. . . Opening Pages — AWAKENING


It is autumn. I am standing outside, in front of my house, on the side of a mountain in Big Sur, California. I have come out to watch the sunset. The ocean is obsidian-smooth. The canyon wrinkles and rises up and up, vibrant with the humming of thousands of ancient redwood trees. I have heard this coastal region described as wild and lonely. I don’t know about that. I have always felt at home in the wildness of nature — and I have never felt lonely in it.

That it is autumn is significant, because this is a story that cycles from autumn to autumn — marked by events that spiral out and in and out again, far and wide, close and magnified. And, like now, when all moments swing around to autumn, and the light shines differently than at other times of the year — when, like now, the light that illuminates is turning a deep honey-colored amber — I am reminded of this story.

I found the amber heart in an antique store. It caught my eye from inside a long glass display case. I bent down to take a closer look. It resembled honey-colored egg yolks, frozen into a heart shape. I had never seen amber before. I thought it must be plastic — or bakelite. In the center was a tiny pinprick-sized reddish dot — like a drop of blood. I bent lower, to view the underside through the glass shelf. A tiny white sticker read, “Amber Heart — $50”. Instantly, my throat tightened. It was a strange reaction. I stood up, intending to walk on, but couldn’t — I couldn’t move. I looked down at the heart again.

“What is amber, anyway?” I whispered. “What’s with this silly little heart? And why does a piece of plastic cost so much money?”

Thoughtfully, reluctantly, I turned away. All the way home, though, and for two days after, all I could think about was the amber heart. Each time I did, my throat tightened in that same response.

“There’s something about that heart,” I told Jack. “It’s making me crazy!”

“Go back and buy it!” he laughed. “If you’re still thinking about it, maybe you’re supposed to have it.”

Duh. Of course. Buy it.

When I phoned, the antique store readily agreed to set it aside for me, but within minutes they called back to say the amber heart was missing. I described the exact location — the exact glass case. Were they looking in the right place? Oh, they knew about that heart — it was a consignment piece. The owner was an eccentric elderly woman, who, periodically, for no apparent reason, removed pieces and then mislaid them. Evidently she’d picked up the amber heart the day before, and when they spoke with her, she couldn’t find it. They promised to search for it — to call as soon as it was found — if I was still interested in buying it. By now, I was extremely interested.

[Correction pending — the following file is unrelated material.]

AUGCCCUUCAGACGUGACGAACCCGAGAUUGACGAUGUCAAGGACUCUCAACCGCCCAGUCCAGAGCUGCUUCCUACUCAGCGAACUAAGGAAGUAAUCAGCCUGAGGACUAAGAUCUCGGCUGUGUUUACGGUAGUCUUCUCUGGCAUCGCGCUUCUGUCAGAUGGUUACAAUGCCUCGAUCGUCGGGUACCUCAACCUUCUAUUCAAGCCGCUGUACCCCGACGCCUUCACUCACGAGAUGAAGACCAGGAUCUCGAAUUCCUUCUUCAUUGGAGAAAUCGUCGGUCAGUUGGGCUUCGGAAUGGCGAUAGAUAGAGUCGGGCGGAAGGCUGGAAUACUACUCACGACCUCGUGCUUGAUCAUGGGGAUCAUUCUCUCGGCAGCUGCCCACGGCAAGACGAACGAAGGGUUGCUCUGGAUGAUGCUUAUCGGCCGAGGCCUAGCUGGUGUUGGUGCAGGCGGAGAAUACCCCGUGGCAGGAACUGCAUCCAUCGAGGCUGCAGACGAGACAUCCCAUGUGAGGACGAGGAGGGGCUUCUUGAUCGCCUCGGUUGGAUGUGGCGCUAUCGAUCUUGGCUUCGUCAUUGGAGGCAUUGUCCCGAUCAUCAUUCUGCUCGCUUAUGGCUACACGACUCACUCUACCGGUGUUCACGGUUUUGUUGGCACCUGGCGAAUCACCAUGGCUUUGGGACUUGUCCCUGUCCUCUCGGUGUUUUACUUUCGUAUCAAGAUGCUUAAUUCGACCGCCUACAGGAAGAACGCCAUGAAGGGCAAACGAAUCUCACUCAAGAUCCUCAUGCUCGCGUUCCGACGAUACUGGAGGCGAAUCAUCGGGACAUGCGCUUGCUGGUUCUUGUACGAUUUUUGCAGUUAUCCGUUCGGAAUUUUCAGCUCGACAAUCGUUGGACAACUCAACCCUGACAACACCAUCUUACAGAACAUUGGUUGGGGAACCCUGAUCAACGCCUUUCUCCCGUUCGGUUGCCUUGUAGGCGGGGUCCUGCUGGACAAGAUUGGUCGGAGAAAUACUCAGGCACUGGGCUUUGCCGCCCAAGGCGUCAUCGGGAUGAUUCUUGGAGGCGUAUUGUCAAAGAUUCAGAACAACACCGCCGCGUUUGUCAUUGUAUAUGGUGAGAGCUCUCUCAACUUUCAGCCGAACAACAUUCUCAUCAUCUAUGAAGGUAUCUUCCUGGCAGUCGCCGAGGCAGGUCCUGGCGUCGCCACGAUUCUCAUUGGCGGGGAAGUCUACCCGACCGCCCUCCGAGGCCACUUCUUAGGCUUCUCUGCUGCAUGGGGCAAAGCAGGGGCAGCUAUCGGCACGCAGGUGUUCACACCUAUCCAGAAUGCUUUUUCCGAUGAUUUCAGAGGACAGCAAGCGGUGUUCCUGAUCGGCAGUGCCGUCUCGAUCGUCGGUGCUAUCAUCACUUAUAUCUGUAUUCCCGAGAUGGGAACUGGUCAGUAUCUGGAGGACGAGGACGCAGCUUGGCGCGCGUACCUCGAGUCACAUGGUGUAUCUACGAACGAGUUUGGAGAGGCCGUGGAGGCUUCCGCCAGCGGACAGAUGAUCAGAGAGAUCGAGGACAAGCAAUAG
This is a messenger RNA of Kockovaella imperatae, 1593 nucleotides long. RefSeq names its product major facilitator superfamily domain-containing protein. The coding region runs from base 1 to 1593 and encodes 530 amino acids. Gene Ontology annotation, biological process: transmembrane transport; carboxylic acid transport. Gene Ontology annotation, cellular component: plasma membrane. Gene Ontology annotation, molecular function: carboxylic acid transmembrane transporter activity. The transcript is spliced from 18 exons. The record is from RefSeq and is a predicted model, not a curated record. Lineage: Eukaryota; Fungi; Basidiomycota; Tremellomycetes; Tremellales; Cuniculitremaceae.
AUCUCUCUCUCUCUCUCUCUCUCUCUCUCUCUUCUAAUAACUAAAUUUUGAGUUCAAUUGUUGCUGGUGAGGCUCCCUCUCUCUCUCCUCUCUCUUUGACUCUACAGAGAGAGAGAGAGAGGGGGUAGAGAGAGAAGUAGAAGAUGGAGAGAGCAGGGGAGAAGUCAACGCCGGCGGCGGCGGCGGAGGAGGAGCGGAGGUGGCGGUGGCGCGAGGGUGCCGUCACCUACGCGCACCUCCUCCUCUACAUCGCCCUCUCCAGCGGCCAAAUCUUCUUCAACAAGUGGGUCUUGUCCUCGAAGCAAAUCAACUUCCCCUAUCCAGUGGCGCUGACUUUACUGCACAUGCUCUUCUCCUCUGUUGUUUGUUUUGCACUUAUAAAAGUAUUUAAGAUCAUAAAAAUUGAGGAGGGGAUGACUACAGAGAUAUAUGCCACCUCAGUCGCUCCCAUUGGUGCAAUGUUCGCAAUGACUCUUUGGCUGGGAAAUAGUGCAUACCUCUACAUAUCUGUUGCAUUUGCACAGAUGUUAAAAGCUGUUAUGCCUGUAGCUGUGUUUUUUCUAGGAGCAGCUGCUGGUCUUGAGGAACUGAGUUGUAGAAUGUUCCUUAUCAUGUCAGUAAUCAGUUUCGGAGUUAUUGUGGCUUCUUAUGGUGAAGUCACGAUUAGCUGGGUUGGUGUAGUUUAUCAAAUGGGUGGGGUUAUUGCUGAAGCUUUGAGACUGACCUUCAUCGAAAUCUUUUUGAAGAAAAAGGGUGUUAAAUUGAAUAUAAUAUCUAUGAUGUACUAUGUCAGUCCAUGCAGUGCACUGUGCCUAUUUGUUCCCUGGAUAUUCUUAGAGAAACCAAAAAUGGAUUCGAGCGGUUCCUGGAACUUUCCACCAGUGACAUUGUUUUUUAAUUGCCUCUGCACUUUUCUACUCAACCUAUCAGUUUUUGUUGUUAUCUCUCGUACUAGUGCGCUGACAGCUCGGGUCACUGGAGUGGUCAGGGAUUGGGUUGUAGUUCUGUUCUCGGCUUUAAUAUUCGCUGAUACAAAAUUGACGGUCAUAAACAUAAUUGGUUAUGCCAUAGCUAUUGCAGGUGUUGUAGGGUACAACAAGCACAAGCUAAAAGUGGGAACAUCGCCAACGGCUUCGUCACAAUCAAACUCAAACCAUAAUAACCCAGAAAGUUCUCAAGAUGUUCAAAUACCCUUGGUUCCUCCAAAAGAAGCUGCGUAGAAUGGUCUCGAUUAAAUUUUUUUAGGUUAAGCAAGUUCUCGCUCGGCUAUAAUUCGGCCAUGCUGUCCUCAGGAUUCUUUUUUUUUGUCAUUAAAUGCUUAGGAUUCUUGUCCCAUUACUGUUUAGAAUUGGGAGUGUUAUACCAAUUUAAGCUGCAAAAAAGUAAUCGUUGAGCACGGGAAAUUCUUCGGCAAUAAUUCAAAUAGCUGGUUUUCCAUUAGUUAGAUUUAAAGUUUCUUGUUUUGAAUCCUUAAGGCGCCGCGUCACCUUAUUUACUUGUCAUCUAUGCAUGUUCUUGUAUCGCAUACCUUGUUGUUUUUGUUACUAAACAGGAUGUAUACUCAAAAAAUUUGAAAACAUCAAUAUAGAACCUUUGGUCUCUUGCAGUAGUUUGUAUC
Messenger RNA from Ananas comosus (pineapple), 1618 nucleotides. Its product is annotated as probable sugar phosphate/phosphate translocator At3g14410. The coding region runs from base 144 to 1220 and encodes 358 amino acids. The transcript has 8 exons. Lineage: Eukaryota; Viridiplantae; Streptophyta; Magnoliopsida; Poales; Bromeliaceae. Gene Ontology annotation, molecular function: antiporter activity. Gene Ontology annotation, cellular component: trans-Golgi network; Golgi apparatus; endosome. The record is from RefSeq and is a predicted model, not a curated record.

Days passed. Weeks. Two months. I frequently called the antique store, but the heart had not turned up. Meanwhile, I became fascinated with amber. I studied the geological locations where it was found — the different types and qualities.

“The dictionary says it’s fossilized resin from trees — millions of years old!” I announced to Jack. Tree resin! “It says it’s hard, easily polished, and quickly electrified by friction. Isn’t that intriguing?”

Intriguing — but it still didn’t explain why I was suddenly attracted to petrified goop from trees — nor why I was so obsessed with that one specific heart.

Jack shrugged. “Simple. Think about it. You grew up in the country, at the edge of a farm. You’ve always been very connected to nature. You’re the only person I know who talks to trees — really talks to trees. And this “goop” you refer to comes from trees. I see the connection.”

Trees. Tree resin. Oh. My attraction now took on a whole new meaning. There was no question I loved nature — especially trees. In fact, I was more comfortable talking to trees than to people. And now I suddenly remembered some particular trees — my God — I hadn’t thought of them in years — seven walnut trees, and one giant sycamore — that stood at the edge of a long meadow behind the barn at my grandparents’ farm.

During my childhood, I’d often hiked to these trees. They had been my friends. I’d spent hours talking with them, sharing my feelings, asking their advice, but mostly I loved just sitting with them in silence. Their place in the meadow had been between a dense forest and a marshy pond. Positioned slightly outside the defined line of the forest, they’d formed an odd circle. Now, the memory of them came rushing up from deep inside me — even as I heard Jack continuing.

“— Native Americans believe in tree spirits — in everything having a spirit — as do other cultures. In some tribes, warriors slept at the base of a tree the night before a battle — to receive protection or courage from the tree spirit. Druids worshipped in groves of trees —”

But his voice faded into the background. I was already far, far away — tumbling down a dark tunnel — falling, falling. This was not a simple matter. Not just about finding a silly object in a glass case. No. This was bigger than that. Much bigger. And the tightness I’d felt in my throat since that day in the antique store suddenly moved to my heart.